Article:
Many MPs believe that Labour will be incapable of rebuilding its standing among the Jewish community as long as Corbyn remains leader. In the 1930s, Jewish support for the party was as high as 80 per cent. “They handed you your . . . membership just after your circumcision,” quipped the father in the 1976 television play Bar Mitzvah Boy. By the time of the last general election, a poll found that support had fallen to a mere 22 per cent. It now stands at just 8.5 per cent.

Corbyn’s critics cite his typical rejection of anti-Semitism and "all forms of racism" (as if unable to condemn the former in isolation), his defence of a tweet sent by his brother, Piers (“Zionists can’t cope with anyone supporting rights for Palestine”), and his description of Hamas and Hezbollah as “friends”. The Lab­our leader dismissed the latter remark as a diplomatic nicety but such courtesy was not displayed when he addressed Labour Friends of Israel and failed to mention the country’s name. When challenged on his record of combating anti-Semitism, Corbyn frequently invokes his parents’ presence at the Battle of Cable Street, a reference that does not provide the reassurance intended. The Jewish community does not doubt that Labour has stood with it in the past. It questions whether it is prepared to stand with it in the present.

MPs say that Labour’s inept response to anti-Semitism has strengthened the moral case for challenging Corbyn. One shadow cabinet minister spoke of how the fear of “enormous reputational damage” had pushed him to the brink of resignation. As the New Statesman went to press, Corbyn’s first electoral test was looming. Every forecast showed the party on course to become the first opposition to lose council seats in a non-general-election year since 1985. Yet Corbyn appeared to insist on 3 May that this would not happen, gifting his opponents a benchmark by which to judge him.

Sadiq Khan was projected to become the party’s first successful London mayoral candidate since 2004. But having distanced himself from Corbyn throughout the race, he intends to deny him any credit if he wins. Regardless of the results on 5 May, there will be no challenge to the Labour leader before the EU referendum on 23 June. Many of the party’s most Corbyn-phobic MPs are also among its most Europhile. No cause, they stress, should distract from the defence of the UK’s 43-year EU membership.

Whether Corbyn should be challenged in the four weeks between the referendum and the summer recess is a matter of dispute among even his most committed opponents. Some contend that MPs have nothing to lose from trying and should be prepared to “grind him down” through multiple attempts, if necessary. Others fear that he would be empowered by winning a larger mandate than he did last September and argue that he must be given “longer to fail”. Still more hope that Corbyn will instigate a midterm handover to the shadow chancellor, John McDonnell, his closest ally, whom they regard as a beatable opponent.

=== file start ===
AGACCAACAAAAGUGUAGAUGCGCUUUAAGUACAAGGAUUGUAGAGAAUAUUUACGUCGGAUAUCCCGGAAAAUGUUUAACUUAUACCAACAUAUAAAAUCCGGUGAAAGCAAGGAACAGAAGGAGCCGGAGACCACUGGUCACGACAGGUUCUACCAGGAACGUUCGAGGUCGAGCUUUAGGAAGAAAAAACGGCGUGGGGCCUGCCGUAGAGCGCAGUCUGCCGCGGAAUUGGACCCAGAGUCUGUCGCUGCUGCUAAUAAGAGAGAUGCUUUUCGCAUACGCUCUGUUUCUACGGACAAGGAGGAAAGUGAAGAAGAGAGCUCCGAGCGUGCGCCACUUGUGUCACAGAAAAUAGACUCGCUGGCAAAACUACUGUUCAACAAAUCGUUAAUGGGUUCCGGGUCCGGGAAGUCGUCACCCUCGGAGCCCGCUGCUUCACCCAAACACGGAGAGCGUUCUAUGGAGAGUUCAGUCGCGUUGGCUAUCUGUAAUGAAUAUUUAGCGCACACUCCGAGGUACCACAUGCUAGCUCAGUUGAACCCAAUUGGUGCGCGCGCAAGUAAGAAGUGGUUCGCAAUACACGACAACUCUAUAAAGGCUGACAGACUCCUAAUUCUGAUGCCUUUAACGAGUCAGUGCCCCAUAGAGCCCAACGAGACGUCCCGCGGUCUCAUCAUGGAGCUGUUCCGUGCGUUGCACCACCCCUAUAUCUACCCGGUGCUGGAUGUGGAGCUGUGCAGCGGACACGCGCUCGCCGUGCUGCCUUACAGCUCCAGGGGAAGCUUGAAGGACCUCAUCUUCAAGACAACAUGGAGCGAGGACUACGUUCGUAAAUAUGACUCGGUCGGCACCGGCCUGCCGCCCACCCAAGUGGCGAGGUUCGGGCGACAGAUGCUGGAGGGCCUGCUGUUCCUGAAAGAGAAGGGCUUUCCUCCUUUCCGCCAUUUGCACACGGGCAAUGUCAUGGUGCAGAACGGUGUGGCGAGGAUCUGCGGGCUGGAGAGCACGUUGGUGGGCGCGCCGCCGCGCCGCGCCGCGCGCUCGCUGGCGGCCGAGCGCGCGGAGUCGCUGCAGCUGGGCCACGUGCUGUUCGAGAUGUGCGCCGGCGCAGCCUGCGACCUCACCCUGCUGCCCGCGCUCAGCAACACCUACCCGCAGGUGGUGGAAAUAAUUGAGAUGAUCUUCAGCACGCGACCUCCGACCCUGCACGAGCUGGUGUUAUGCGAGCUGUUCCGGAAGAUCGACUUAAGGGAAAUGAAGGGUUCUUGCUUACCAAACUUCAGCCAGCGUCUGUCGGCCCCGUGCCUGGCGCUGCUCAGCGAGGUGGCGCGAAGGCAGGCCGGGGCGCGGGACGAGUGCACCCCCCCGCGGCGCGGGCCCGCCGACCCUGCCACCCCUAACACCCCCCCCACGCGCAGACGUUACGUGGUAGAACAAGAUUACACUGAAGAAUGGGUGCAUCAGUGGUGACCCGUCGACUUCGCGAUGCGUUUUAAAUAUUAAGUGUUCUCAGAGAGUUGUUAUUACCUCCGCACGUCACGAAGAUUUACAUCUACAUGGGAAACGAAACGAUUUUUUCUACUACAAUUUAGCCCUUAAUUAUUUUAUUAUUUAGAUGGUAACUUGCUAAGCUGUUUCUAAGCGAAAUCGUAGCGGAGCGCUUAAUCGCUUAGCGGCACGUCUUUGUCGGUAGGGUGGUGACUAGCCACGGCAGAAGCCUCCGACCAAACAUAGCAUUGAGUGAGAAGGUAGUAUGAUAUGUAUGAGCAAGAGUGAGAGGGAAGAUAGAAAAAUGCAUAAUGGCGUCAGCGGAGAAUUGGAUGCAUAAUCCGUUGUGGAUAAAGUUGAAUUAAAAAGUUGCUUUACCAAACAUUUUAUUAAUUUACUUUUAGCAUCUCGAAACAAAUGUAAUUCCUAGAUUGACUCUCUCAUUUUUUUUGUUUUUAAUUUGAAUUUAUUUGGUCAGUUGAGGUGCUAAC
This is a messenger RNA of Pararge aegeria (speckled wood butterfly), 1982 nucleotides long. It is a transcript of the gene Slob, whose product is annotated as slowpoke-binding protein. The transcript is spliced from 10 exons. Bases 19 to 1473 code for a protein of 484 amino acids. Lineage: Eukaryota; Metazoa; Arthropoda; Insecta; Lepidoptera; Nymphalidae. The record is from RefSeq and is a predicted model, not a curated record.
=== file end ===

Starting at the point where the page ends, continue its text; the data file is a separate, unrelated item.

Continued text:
Those who are familiar with members’ thinking describe many as “anxious” and in need of “reassurance” but determined that Corbyn receives adequate time to “set out his stall”. One shadow cabinet minister spoke of being “caught between Scylla and Charybdis” – that is, “a Labour Party membership which is ardently Corbynista and a British electorate which is ardently anti-Corbynista”. In their most pessimistic moments, some MPs gloomily wonder which group will deselect them first. The possibility that a new Conservative leader could trigger an early general election is cited by some as cause for haste and by others as the only means by which Corbynism can be definitively discredited.

The enduring debate over whether the Labour leader would automatically make the ballot if challenged (the party’s rules are ambiguous) is dismissed by most as irrelevant. Shadow cabinet members believe that Corbyn would achieve the requisite nominations. Momentum, the Labour leader’s praetorian guard, has privately instructed its members to be prepared to lobby MPs for this purpose.

There is no agreement on who should face Corbyn if his removal is attempted. The veteran MP Margaret Hodge has been touted as a “stalking horse” to lead the charge before making way for a figure such as the former paratrooper Dan Jarvis or the shadow business secretary, Angela Eagle. But in the view of a large number of shadow cabinet members, no challenge will materialise. They cite the high bar for putative leaders – the endorsement of 20 per cent of Labour MPs and MEPs – and the likelihood of failure. Many have long regarded mass front-bench resignations and trade union support as ­essential preconditions for a successful challenge, conditions they believe will not be met less than a year after Corbyn’s victory.

When Tony Blair resigned as Labour leader in 2007, he had already agreed not to fight the next general election and faced a pre-eminent rival in Gordon Brown. Neither situation exists today. The last Labour leader to be constitutionally deposed was J R Clynes in 1922 – when MPs, not members, were sovereign. Politics past and present militate against Corbyn’s opponents. There is but one man who can remove the leader: himself.

George Eaton is political editor of the New Statesman.

This article first appeared in the 06 April 2016 issue of the New Statesman, The longest hatred